|Percentage weight loss||31.8%||20%|
|Rate of weight loss/week||1.0% / week||.07% / week|
|Percentage of body fat mass decrease||58%||37%|
But back to quinces.
If you want to add them to your dog’s diet, ask your vet first.
They may have lots of natural fiber. But your vet can give you the best advice on how to introduce it to your pooch.
#6: Helps with high blood sugar levels
Dogs with diabetes will have high blood sugar levels.
This happens because their body doesn’t have the insulin to turn glucose into food for the body.
Blood sugar levels will build up. And without the right treatment, this condition causes your dog’s organs to crash.
According to the AKC, vets will often recommend a high-fiber diet to diabetic dogs.
This helps to slow down digestion so the blood sugar levels don’t spike.
Adding quince to your diabetic dog’s meals is a great way to supplement their fiber intake.
But remember to feed only what’s enough for your dog.
Too many quinces can cause problems for your dog.
Wanna know what these are?
Then keep a lookout for danger #5.
#7: It supplies vitamin C to your dog
The USDA Food Data Central states that quinces have 15 mg of vitamin C per 100 g.
And this is more than enough for your dog.
Most of their vitamin supplements don’t include vitamin C.
It’s because dogs can metabolize their own.
“Where does it come from?”
Vitamin C comes from the food they eat. And what their liver produces.
But according to PetMD, a little bit of supplementation can help fight free radicals.
The process of oxidation produces this. And it can damage the normal cells in their body.
Warning: Don’t reach so easily for vitamin C supplements. Especially ones for humans.
This can lead to high levels of vitamin in your dog’s body.
It results in the production of oxalate. This comes out of their body through their pee.
And it will cause calcium oxalate stones to form.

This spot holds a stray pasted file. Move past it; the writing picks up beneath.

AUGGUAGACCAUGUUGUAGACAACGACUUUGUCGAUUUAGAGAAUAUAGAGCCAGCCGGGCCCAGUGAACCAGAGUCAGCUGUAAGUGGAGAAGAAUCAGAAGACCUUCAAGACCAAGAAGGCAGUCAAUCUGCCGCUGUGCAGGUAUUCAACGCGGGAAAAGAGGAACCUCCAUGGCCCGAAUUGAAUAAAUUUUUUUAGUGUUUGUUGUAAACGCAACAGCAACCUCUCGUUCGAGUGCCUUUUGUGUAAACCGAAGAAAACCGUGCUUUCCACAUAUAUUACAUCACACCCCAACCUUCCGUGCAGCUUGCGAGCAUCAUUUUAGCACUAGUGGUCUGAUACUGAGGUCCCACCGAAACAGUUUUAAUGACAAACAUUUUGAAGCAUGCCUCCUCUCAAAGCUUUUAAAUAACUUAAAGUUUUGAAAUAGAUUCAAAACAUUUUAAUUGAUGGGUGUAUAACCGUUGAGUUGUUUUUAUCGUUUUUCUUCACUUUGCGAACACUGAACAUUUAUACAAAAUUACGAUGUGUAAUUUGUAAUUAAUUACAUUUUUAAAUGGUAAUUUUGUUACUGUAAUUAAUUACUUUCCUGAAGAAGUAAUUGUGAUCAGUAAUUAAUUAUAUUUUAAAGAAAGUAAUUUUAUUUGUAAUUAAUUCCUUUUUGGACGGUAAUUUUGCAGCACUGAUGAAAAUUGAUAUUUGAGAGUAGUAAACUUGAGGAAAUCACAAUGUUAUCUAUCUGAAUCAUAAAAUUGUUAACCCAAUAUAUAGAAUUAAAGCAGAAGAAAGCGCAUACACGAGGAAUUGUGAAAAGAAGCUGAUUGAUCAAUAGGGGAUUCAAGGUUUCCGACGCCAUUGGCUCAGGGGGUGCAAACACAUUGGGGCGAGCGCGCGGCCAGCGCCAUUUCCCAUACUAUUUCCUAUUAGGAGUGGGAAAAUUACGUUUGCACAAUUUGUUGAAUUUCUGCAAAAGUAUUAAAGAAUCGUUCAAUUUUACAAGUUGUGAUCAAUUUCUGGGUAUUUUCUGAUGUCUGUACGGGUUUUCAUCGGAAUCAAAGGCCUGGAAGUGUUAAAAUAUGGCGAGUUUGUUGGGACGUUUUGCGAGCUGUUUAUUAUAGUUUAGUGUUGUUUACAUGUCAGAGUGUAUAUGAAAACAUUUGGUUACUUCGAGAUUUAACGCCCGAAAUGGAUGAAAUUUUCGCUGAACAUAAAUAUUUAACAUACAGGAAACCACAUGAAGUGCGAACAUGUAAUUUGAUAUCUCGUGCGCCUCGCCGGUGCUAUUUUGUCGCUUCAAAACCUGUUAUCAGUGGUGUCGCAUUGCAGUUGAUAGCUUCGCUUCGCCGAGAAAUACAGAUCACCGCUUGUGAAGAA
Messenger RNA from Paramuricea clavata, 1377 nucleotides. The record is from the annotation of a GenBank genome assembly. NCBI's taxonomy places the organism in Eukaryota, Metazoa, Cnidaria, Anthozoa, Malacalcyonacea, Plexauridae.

Tufts says that stones can happen in the kidneys to the bladder.
Most doggos don’t need to supplement this vitamin. So always talk to your vet before adding it to their diet.
3 dangers of giving quince to your dog
#1: Its seeds contain cyanide
Cyanide is a fast-acting poison.
The Merck Vet Manual says that the signs appear within 15-20 minutes to a few hours after eating.
And after that, poisoned animals rarely survive. Death can happen in less than 2 hours.
“What are the signs of cyanide poisoning?”
According to the MSD Manual, these are the signs:
- Muscle spasms.
- Rapid breathing.
- Becoming excited.
- Elimination of urine and feces.
- Red then bluish mucous membranes.
If a dog has severe convulsions, there’s nothing to do.
“How do dogs get this from quince seeds?”
The main thing to remember is that the dog has to chew and ingest the seeds.
Its core contains cyanide. So the seeds need to break for the poison to get into their body.
Warning: Immediate treatment is key for cyanide poisoning. Bring your dog to the vet if they display the signs. Especially after eating unidentified plants or fruits.
Prevent it from happening by always removing these from fruits:
#2: Possibility of allergy development
Food allergies are tricky in dogs.
These don’t show immediately.
They can be fine eating new food.
3 weeks later, it’s allergies galore.
So dog parents have to take care with the foods their fur child eats.
It’s a gradual development.
And it can take a long time to find what food caused it.
Here are some signs:
- Greasy skin.
- Yeasty smell.
- Hardened skin.
- Red, itchy skin.
You might also be interested in: Help, My Dog Is Constantly Scratching And Biting Himself!
“How do vets treat food allergies?”
It’s done through an elimination process.
Your vet will recommend a diet that doesn’t contain the ingredients found in your doggo’s present food.
This can be a novel ingredient in dog food.
It’s kibble that doesn’t contain the usual ingredients found in commercial brands.
Or it can be human food such as rice or boiled chicken. Of course, as bland as possible so that your pooch can recover.
#3: Eating too much results in serious conditions
As with all fruits, quinces contain sugar.
Which is dangerous if your dog eats too much.
It can contribute to high blood sugar levels. And may result in diabetes.
Quince also contains natural fiber.
Too much of it and your dog’s food will not taste good.
NAP also says that it will decrease their body’s ability to absorb important nutrients.
Because the excess fiber causes frequent pooping.
Further reading: Help, My Dog Has Loose Stools And Smelly Gas! 7 Tips